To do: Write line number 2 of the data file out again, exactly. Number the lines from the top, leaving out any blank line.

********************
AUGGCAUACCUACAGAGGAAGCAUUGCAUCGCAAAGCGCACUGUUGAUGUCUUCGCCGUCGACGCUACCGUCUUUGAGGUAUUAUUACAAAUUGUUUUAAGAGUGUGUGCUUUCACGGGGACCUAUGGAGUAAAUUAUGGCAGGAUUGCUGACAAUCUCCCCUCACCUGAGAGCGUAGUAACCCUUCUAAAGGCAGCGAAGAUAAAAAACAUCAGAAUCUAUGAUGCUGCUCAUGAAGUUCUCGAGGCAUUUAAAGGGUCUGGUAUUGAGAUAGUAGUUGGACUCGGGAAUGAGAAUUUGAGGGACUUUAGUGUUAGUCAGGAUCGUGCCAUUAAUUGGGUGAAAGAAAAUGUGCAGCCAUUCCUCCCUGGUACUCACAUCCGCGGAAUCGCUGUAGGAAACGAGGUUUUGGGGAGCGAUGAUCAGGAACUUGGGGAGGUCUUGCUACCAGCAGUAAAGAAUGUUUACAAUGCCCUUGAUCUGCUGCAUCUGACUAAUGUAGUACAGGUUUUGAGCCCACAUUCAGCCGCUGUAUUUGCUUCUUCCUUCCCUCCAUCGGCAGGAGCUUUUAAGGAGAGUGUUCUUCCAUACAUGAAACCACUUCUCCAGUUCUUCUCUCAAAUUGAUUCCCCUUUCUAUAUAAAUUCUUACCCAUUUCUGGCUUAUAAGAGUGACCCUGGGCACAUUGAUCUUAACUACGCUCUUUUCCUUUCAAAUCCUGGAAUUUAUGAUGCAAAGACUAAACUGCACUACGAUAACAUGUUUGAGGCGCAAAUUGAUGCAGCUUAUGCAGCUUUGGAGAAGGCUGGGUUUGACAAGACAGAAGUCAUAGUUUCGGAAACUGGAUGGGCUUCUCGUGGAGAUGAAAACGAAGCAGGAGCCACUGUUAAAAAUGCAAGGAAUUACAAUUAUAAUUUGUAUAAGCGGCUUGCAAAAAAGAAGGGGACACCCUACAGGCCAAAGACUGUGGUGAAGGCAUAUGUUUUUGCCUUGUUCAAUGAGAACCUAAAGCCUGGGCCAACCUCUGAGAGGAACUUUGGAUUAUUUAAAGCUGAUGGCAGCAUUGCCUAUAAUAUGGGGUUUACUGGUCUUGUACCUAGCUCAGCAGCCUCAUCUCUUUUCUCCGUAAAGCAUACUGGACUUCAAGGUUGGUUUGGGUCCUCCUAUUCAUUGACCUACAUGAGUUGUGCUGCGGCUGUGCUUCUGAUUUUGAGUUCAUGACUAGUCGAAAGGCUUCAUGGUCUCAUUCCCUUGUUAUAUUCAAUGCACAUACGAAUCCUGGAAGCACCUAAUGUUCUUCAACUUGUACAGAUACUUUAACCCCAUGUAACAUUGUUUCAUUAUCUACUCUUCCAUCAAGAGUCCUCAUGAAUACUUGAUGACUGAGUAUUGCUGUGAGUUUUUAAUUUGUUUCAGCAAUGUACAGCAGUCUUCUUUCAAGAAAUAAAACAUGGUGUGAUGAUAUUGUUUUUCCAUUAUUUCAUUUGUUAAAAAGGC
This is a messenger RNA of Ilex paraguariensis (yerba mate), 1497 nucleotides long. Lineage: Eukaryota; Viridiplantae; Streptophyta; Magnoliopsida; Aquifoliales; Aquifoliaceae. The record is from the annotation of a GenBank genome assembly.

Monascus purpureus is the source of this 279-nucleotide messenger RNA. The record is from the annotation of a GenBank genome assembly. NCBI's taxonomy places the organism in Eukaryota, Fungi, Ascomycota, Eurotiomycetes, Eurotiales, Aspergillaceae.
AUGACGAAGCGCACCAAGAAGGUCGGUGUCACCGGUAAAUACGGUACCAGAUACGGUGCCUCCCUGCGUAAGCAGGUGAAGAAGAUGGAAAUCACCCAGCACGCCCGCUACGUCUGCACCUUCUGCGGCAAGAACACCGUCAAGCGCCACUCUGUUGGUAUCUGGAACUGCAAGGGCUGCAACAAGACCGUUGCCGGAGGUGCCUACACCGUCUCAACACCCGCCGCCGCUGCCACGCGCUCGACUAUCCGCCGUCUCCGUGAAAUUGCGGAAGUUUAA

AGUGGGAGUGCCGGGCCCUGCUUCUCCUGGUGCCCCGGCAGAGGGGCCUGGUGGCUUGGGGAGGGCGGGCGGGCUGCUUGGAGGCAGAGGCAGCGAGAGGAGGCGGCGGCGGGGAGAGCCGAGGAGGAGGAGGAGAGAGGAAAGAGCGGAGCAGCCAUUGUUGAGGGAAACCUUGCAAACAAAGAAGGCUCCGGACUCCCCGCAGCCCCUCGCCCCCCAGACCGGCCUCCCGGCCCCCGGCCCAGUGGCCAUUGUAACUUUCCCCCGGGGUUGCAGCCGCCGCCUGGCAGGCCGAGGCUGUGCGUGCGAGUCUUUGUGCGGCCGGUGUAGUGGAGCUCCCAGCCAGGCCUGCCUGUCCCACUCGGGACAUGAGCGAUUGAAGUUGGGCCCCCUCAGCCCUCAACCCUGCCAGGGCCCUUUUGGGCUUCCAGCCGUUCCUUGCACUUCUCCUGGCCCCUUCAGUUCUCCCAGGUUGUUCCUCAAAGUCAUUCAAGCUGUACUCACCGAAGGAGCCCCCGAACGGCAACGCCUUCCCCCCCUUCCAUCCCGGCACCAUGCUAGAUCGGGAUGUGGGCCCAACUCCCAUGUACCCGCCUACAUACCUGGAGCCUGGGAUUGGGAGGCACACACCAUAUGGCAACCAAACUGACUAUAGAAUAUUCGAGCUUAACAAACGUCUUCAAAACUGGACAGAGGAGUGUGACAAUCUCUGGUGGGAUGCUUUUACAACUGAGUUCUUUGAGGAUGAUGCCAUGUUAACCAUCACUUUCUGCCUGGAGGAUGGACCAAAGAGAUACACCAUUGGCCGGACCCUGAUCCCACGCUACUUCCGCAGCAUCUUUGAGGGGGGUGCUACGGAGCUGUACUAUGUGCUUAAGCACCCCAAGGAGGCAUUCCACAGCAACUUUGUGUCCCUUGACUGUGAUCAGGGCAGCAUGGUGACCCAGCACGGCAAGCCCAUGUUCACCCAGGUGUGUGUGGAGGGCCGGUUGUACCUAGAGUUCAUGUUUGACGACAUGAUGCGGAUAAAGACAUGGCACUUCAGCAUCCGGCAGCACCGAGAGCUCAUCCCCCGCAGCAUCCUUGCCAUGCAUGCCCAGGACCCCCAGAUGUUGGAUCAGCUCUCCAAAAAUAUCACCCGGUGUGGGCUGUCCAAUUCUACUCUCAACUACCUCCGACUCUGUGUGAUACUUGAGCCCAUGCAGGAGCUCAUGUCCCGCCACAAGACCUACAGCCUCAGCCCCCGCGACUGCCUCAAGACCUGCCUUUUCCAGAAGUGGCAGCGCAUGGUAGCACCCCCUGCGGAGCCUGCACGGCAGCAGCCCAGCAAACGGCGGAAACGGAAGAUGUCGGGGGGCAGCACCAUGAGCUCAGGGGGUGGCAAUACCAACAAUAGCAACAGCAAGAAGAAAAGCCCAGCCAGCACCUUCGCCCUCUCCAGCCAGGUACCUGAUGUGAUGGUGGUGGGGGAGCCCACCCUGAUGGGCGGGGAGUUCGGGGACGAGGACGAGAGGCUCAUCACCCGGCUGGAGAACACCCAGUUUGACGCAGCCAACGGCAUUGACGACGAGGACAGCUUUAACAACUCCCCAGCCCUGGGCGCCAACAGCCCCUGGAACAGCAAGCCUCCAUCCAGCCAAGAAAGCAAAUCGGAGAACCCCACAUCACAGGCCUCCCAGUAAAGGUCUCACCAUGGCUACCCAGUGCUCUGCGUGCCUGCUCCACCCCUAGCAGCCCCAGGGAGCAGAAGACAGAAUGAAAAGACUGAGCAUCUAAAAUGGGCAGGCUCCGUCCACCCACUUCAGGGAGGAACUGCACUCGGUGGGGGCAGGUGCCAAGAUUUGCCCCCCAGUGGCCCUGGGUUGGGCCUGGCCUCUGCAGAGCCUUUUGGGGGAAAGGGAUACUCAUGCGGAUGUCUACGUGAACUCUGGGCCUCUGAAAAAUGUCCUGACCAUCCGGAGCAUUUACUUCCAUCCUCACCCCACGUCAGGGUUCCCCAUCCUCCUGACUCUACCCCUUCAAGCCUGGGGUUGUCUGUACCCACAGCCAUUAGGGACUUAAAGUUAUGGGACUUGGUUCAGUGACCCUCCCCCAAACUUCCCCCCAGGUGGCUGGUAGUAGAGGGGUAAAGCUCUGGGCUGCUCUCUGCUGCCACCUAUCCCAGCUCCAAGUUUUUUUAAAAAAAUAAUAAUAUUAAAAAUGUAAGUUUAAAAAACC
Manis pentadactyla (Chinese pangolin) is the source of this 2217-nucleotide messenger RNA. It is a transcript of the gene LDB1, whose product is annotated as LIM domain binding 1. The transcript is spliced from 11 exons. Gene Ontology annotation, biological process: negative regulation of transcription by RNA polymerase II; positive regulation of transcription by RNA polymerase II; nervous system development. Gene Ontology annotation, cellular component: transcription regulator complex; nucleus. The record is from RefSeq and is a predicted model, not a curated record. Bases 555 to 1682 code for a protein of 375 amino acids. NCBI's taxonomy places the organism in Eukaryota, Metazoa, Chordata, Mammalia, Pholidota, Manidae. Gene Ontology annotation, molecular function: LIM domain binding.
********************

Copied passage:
This is a messenger RNA of Ilex paraguariensis (yerba mate), 1497 nucleotides long. Lineage: Eukaryota; Viridiplantae; Streptophyta; Magnoliopsida; Aquifoliales; Aquifoliaceae. The record is from the annotation of a GenBank genome assembly.